Environmentalists have responded with alarm to a proposed amnesty permitting the registration of illegally captured elephants in Sri Lanka. Recent reports in Sri Lankan media have outlined the proposal, stating that during the amnesty period it would be possible to register elephant calves for a fee of about $7,600.
Elephants are closely linked with Sri Lankan history and culture, and are considered sacred in both Buddhism and Hinduism. But the situation for elephants in the country is complicated. The increasing human population on the small island nation has resulted in the loss and fragmentation of elephant habitat. Sri Lankan elephants are classified as Endangered, with only an estimated 2,500–4,000 individuals left in the wild. Despite their threatened status, elephants frequently come into conflict with people over shared resources, resulting in both elephant and human deaths.
An Asian elephant calf stays close to mom. Photo courtesy of Amoghavarsha.
“Nearly 60% of the 150-250 [elephant] deaths reported annually are due to retaliatory killing by people,” Ajay Desai, Co-Chair of the Asian Elephant Specialist Group, told mongabay.com.
At the same time, a number of factors combine to make elephants highly sought after.
“There is a new set of wealthy people who want to keep elephant calves for prestige. Therefore there is a heavy demand, especially for elephant calves,” Vimukthi Weeratunga, Director of Operations at the Environmental Foundation Limited (EFL), a Sri Lankan NGO, told mongabay.com.
An impressive herd of Asian elephants. Photo courtesy of Amoghavarsha.
Prithiviraj Fernando, Chairman and Scientist at the Centre for Conservation and Research, agrees, stating, “In the past elephants were owned by nobility and this has some bearing on the desire to keep elephants today as it has a connotation of higher social status/prestige/wealth.”
But there is more to it than simply prestige; the importance of elephants in many cultural and religious ceremonies makes them lucrative possessions.
“Captive elephant owners make big money by renting elephants for many events, and in the tourism industry for elephant rides. Rent of an elephant for tourism can claim $1,500-2,000 per month,” Weeratunga explained.
The capture of elephants from the wild is prohibited by law, and registration is required for all calves born in captivity. Critics fear that by permitting the registration of all calves, regardless of origin, the amnesty will fuel illegal poaching, with a longer period of amnesty resulting in more captures.
An Asian elephant enjoying the water. Photo courtesy of Amoghavarsha.
“It will contribute to the trade [of illegal elephants] as captors will capture large number of calves during the amnesty period to obtain legal papers,” Weeratunga said.
The motivation behind the amnesty is not clear. According to Fernando, the aim is “supposedly the registering of all elephants in captivity and prevention of future illegal captures.” However, some suspect that it is intended to benefit only a few people. Critics have raised the possibility that elephant owners with connections to those in power may be behind the scheme. The amnesty would make it possible for these people to legitimize any illegally held animals, and effectively start again with a clean slate.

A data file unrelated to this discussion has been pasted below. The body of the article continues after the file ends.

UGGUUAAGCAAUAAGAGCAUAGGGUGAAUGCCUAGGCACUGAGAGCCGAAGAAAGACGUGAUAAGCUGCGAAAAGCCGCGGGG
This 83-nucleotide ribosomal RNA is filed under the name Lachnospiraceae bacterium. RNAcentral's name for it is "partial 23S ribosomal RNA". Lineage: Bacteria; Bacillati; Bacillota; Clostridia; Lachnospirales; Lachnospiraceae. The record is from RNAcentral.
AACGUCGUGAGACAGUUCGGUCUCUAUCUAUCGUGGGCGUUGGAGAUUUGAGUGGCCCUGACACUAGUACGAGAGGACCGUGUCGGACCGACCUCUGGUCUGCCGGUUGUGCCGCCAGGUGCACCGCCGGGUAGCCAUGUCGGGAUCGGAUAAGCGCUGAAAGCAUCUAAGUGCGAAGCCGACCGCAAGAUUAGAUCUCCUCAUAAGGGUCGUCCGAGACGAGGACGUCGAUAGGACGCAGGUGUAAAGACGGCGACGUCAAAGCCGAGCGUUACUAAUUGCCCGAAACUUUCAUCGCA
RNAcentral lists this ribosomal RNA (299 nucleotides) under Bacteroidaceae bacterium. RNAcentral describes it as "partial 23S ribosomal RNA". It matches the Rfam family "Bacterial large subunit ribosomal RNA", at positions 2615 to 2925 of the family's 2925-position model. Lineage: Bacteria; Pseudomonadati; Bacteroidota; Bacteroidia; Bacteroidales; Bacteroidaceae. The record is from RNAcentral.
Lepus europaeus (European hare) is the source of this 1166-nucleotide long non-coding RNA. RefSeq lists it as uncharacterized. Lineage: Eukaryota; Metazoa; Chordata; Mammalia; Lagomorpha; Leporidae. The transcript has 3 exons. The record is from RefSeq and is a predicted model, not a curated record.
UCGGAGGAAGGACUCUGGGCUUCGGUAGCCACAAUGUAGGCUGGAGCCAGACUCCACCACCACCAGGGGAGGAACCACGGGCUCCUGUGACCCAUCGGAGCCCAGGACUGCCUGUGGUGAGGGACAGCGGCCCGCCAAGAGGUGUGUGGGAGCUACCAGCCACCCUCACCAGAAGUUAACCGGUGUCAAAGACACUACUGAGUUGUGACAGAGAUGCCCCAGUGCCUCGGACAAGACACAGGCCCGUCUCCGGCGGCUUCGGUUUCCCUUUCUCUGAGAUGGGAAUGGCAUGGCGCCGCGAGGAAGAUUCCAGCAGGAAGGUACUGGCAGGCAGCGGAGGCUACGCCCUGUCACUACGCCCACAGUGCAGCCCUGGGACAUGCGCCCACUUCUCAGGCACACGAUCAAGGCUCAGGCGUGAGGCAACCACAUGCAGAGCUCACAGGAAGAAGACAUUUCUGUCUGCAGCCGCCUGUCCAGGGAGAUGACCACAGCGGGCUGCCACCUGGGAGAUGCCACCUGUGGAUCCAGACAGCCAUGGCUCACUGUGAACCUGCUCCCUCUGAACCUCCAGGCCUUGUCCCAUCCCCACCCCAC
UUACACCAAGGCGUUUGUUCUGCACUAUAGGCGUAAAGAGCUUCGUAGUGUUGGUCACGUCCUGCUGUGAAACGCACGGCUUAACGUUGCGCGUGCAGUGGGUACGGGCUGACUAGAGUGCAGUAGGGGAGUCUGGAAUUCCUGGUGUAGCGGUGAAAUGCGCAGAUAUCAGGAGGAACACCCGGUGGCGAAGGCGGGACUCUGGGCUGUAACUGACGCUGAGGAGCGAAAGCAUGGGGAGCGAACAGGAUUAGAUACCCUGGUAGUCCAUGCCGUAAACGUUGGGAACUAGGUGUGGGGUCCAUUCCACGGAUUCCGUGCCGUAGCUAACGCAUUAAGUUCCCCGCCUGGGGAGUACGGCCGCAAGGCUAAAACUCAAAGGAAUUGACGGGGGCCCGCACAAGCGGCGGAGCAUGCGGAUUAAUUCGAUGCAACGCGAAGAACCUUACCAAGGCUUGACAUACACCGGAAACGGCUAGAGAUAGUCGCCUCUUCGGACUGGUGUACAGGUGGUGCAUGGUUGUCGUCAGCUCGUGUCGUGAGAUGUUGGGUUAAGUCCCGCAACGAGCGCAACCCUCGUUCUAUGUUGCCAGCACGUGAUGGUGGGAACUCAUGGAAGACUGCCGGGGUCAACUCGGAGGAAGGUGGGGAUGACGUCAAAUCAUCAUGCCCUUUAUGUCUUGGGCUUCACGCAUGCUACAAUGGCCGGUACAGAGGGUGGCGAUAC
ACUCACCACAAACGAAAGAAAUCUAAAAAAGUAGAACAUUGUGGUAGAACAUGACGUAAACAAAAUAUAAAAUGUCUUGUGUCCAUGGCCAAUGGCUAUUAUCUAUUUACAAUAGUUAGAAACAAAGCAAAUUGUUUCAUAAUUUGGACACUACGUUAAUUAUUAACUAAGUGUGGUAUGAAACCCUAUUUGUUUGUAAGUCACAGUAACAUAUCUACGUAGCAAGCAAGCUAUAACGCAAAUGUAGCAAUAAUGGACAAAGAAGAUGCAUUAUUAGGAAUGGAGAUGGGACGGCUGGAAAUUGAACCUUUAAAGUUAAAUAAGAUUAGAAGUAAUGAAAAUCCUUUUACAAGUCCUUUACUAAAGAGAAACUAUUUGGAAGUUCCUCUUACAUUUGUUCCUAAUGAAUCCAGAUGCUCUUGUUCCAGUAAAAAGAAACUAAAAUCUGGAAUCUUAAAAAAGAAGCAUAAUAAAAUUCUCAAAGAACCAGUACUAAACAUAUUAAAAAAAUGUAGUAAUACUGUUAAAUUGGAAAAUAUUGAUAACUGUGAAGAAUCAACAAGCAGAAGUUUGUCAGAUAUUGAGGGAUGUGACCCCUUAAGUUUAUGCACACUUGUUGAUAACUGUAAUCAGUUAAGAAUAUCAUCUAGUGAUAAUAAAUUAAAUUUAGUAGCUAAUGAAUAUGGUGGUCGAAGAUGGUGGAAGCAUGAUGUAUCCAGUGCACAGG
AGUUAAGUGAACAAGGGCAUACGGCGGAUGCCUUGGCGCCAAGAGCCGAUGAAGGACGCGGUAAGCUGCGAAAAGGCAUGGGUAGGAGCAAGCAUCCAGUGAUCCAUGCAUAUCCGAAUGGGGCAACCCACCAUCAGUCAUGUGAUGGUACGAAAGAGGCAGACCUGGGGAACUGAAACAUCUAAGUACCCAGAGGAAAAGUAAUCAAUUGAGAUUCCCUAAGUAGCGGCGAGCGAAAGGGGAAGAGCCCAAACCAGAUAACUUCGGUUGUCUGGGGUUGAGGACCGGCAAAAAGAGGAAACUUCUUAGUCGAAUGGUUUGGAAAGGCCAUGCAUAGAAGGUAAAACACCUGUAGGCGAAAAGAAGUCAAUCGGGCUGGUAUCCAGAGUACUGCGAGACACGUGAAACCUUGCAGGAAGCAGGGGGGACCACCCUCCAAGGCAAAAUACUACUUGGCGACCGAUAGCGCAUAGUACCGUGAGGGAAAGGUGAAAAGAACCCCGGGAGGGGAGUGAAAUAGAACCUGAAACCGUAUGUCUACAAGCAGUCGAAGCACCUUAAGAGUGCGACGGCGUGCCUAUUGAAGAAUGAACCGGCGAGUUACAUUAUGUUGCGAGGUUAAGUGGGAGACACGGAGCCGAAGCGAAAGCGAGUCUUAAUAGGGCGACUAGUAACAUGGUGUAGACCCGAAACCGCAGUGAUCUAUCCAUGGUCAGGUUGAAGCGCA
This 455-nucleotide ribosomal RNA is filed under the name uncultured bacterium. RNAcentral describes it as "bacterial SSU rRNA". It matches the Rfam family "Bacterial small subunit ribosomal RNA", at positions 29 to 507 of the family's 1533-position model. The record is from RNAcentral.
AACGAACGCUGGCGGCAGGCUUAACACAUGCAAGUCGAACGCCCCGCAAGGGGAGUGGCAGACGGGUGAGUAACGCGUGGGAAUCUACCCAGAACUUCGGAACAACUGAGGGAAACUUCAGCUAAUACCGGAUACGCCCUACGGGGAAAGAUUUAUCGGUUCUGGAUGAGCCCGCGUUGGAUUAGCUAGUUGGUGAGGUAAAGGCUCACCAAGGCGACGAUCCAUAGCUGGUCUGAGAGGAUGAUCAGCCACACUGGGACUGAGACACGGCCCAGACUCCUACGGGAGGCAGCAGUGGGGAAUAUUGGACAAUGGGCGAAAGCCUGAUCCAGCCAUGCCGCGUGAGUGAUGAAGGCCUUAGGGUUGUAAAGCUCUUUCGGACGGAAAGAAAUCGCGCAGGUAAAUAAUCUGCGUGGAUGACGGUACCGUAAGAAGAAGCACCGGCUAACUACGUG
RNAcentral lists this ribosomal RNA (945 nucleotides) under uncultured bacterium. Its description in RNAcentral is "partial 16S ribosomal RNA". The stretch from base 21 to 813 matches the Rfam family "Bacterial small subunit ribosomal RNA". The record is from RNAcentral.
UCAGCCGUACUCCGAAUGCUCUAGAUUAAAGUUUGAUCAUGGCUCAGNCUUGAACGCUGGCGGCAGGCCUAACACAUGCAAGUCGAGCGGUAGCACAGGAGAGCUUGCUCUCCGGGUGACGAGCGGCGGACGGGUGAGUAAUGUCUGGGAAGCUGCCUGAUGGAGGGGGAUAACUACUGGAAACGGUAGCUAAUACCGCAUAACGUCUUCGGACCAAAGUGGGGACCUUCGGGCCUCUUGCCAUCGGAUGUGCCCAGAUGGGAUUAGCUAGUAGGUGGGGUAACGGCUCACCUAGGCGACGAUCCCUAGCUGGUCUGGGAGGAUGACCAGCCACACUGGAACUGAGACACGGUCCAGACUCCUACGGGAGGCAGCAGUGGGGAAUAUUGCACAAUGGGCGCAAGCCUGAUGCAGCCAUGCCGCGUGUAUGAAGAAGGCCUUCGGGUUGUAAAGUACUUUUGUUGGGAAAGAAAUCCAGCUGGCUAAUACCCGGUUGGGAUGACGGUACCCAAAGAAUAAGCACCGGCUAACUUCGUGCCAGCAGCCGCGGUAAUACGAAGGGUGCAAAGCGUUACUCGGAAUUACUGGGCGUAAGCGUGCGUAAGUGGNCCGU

Opposition to the amnesty is growing, and Weeratunga hopes that pressure from groups such as the EFL can prevent it altogether.
“EFL together with a few other environmental groups have been following this issue for some time and we are in the process of preparing legal documents to file a case against the authorities on this issue.”
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(12/01/2013) Raids in southern and eastern Africa yielded a stash of contraband linked to illegal poaching and logging, reports Interpol, which coordinated the operations.
(11/20/2013) A sensor used by researchers to capture low-frequency communication between elephants inadvertently recorded the audio of an elephant being gunned down by a poacher in Gabon, reports the Wildlife Conservation Society, which used the sound byte in a video highlighting the carnage of the ivory trade.
(10/30/2013) Give it a few thousand years, and tusks could completely disappear from the Asian elephant (Elephas maximus). The beautifully smooth, elongated ivory incisors neatly bordering a long trunk are iconic in the public mind. The reigning hypothesis is that tusks evolved to help male elephants fight one another, as demonstrated when males compete over females in estrus. However, a recent study published in the journal Animal Behaviour has shown that tusks may not be key factors in tussles, at least as far as elephants are concerned.
(10/29/2013) A new public-service campaign in China will ask potential ivory and rhino horn buyers to see the victims of these illicit trades in a new light: as the “pandas of Africa.” The posters are a part of WildAid’s ‘Say No to Ivory and Rhino Horn’ campaign, which was launched earlier in the year.
(10/16/2013) For three years, the International Fund for Animal Welfare (IFAW) has been running advertizing campaigns in Chinese cities to raise awareness on the true source of ivory: slaughtered elephants. A recent evaluation of the campaign by Rapid Asia found that 66 percent of those who saw the ads said they would “definitely” not buy ivory in the future.